Donations in the showcase
This fine selection from 2019 and 2020 shows the great diversity in our donations: from the small to the large, from the personal to the precious, both unique and administrative. Donations are used as much as possible in the operation of the museum: in the permanent or temporary exhibitions, in educational activities and in the Research Centre as a subject of study and research. They all contribute to a better understanding of the history of the First World War. With thanks to our donors!
An overview of our donations can be found in our yearbook.
Framed handicraft embroidered by Guillaume Decat in prisoner of war in Alten-Grabow (Germany). Guillaume dedicated it to his 'uncle and family'. Uncle Frederik died in 1919 of Spanish flu and his sister Dorothée cherished the embroidery for life.
Oil sketch of a funeral on the Belgian front, painted in 1915 by the Belgian artist Octave Rotsaert. Octave was a volunteer and later sergeant in the second line regiment. He was severely wounded and became an art teacher for disabled soldiers. After the war he settled as a sculptor in Bruges and ten years before his death he made the remarkable equestrian statue of Albert I in Bruges.
Until 1952 there were commemorative plaques at the back of the church in Hollebeke for the deceased soldiers of the parish. There was a memorial with the names of the victims and most of the plaques were taken by the families. Three of them ended up in the attic of the town hall.
Beautifully processed flour bag transformed into a pillow. These flour sacks are pre-eminently the symbol of Canadian and American food aid during the First World War, but also of Belgian gratitude for it.
Photo album, two diaries and the 'Eisernes Kreuz' of Fritz Sturm, infantryman during the war. Fritz was twice in the Ypres region and survived the war. He died in 1961.
Herman Van Goethem
The extremely well-preserved album of Ghent based artist Adrien Bressers betrays both an affiliation with the 2nd Line Regiment and with the artillery. It contains a number of beautiful aerial photographs, made by Belgian and French aerial observers, which were 'the eyes of the army' and in particular of the artillery.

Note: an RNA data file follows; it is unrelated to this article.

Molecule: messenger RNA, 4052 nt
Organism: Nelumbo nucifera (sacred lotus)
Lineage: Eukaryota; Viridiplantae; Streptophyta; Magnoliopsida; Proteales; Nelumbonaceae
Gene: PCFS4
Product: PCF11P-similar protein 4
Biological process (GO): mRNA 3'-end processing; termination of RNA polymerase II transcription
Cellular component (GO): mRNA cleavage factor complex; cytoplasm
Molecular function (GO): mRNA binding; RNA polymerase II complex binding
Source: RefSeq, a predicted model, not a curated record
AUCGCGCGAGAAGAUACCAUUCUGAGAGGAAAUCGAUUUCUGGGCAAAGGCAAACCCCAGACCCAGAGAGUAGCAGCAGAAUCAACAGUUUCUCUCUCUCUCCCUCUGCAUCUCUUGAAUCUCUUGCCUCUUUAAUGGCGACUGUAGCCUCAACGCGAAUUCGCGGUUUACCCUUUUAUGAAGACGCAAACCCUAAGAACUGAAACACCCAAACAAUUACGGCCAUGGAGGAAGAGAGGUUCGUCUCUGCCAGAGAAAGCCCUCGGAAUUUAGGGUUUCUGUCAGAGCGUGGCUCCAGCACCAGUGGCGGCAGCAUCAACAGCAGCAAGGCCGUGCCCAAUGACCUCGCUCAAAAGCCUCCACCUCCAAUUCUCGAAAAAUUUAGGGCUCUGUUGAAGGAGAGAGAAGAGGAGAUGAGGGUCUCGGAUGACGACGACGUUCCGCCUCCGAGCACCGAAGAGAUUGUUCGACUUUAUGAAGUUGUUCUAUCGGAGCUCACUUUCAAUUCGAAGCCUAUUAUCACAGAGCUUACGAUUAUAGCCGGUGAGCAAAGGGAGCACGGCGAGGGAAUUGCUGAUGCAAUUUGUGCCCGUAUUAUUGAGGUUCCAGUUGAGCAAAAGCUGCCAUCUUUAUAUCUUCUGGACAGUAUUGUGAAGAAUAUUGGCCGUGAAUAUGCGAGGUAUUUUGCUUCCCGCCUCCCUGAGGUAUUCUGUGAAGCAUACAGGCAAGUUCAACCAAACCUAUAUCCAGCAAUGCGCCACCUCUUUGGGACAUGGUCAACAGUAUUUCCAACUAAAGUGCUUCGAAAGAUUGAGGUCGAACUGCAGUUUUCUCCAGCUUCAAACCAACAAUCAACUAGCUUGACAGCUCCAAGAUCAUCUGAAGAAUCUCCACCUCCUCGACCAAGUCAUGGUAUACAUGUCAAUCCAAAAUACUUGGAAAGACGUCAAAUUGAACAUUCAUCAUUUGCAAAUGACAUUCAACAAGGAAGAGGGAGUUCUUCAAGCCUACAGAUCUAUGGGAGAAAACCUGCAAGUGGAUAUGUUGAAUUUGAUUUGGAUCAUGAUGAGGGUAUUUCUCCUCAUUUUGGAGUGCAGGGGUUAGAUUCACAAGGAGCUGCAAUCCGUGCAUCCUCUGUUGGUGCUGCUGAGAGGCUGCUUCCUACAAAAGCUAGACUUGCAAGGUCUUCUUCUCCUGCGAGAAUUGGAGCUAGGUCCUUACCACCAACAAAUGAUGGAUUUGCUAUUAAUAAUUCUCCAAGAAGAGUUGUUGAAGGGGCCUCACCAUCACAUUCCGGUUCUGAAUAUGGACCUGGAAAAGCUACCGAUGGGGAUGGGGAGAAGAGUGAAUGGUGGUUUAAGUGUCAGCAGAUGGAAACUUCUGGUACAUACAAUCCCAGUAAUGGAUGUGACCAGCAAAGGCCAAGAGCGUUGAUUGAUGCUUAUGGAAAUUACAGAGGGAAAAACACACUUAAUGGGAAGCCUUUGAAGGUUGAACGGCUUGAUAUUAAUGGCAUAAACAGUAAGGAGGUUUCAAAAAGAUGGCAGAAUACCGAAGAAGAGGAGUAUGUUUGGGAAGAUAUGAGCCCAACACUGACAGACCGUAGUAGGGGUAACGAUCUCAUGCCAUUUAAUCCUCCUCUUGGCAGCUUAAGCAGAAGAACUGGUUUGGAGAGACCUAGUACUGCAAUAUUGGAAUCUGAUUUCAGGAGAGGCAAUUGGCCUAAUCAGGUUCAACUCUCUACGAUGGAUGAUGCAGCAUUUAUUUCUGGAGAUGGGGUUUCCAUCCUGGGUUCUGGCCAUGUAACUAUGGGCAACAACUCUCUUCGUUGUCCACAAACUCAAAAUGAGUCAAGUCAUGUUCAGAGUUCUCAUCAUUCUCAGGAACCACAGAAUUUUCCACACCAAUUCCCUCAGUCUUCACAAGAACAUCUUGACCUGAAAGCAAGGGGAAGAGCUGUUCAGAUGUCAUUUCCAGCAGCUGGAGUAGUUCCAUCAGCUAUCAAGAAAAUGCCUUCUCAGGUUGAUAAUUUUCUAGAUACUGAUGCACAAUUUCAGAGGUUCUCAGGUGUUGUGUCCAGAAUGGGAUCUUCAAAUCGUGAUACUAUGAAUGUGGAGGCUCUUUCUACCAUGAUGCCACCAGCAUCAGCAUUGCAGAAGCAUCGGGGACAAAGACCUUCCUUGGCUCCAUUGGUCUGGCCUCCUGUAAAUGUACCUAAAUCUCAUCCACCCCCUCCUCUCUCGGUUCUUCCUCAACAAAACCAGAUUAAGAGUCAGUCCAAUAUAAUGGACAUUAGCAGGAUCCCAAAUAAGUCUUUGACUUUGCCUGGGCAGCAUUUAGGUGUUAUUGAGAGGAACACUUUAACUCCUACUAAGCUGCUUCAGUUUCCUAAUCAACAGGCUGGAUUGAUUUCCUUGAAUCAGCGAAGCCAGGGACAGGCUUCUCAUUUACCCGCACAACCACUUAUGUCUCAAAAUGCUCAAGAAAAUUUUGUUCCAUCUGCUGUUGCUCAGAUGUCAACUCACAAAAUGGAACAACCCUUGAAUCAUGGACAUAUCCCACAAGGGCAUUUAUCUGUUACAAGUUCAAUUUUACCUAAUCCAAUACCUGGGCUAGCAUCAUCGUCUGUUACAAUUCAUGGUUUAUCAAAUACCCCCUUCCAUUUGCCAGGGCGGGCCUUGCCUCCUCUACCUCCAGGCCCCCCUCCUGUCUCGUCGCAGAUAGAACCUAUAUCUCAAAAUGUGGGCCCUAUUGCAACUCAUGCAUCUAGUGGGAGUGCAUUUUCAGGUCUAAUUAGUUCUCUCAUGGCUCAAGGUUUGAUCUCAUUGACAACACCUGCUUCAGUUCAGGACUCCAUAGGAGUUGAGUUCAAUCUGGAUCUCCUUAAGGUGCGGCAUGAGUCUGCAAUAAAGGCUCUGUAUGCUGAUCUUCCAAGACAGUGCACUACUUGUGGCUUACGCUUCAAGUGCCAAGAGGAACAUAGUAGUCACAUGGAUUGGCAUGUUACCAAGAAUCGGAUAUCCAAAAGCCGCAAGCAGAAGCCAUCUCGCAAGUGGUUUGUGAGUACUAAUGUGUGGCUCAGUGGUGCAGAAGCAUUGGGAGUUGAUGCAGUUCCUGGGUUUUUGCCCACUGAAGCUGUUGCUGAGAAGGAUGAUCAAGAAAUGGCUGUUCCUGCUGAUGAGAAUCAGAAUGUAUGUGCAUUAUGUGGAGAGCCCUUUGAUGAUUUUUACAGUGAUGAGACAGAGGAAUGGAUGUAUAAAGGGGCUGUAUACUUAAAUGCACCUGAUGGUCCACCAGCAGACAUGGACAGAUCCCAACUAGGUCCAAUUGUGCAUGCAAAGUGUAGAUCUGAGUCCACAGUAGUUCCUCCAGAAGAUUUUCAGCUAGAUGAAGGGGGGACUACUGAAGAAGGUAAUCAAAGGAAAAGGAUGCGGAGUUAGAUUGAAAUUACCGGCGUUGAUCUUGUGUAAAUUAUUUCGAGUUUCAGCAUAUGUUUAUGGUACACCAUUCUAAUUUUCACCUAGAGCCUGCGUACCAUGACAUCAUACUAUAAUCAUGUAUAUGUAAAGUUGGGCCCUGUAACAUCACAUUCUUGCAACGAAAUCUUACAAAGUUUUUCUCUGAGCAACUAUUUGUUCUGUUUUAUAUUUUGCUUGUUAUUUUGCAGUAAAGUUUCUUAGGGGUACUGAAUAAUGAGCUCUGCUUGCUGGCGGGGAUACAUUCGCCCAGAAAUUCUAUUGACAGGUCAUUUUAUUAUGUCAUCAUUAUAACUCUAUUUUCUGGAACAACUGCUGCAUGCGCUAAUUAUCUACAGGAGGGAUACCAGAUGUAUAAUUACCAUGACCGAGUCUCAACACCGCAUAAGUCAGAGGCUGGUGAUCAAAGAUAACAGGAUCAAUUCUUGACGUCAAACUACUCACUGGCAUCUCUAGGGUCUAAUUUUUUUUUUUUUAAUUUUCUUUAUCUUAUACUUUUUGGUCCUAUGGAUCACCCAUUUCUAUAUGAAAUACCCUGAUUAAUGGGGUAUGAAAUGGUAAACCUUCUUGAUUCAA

Mobile tartlet (including a small chalice, an oil bowl and a wafer) that was used on the front by chaplain Romaan Vileyn from Esen. His brother Maurice was also a front soldier during the First World War.
Glass pipe found in the ruins of the Cloth Hall: '1916 AT YPRES IN CLOTH HALL HEAD TOWN HALL'. Hopefully further research can show where and when this type of pipe was in use.
Hendrik De Koker(B)
Elegantly adapted letter opener by Camille Peleman from Sint-Amands on which 'Yser' can be read. Camille witnessed the war in the 5th Line Regiment.
Beautifully worked cutlery that had been in the Cabo family for a long time. It would have belonged to an Austrian or Latvian officer.
Ink jar from wartime scrap and a moneybag in pearl with a British and Belgian flag from the estate of a great-aunt. Her husband Georges Leclaire served in the Belgian army during the war. Two carved aluminium cigarette cases with the inscriptions 'PH Roels-Wanzeele-1918-Souvenir de mon voyage a Lourdes' and 'Dixmude-Loo-Ramscappelle'.
Shirley & Charlie Hartfield (UK)
According to family tradition, this finely worked and embroidered silk garment was taken from Ypres by Charlie's grandfather Thomas Keys, who lived through the whole war.
In 1995 the museum received from Mr Maes from Roesbrugge-Haringe a rich collection of glass plates from the Belgian front taken by chaplain Wilfried Bruneel. 25 years later Marcel Dieryck donated a rich addition: even more glass plates, the chaplain's shaving gear and binoculars, his full diaries and his badges of honour.
Two copper ornaments brought by Australian Thomas Henry Watt, 21st Bty. 5th Divisional Artillery.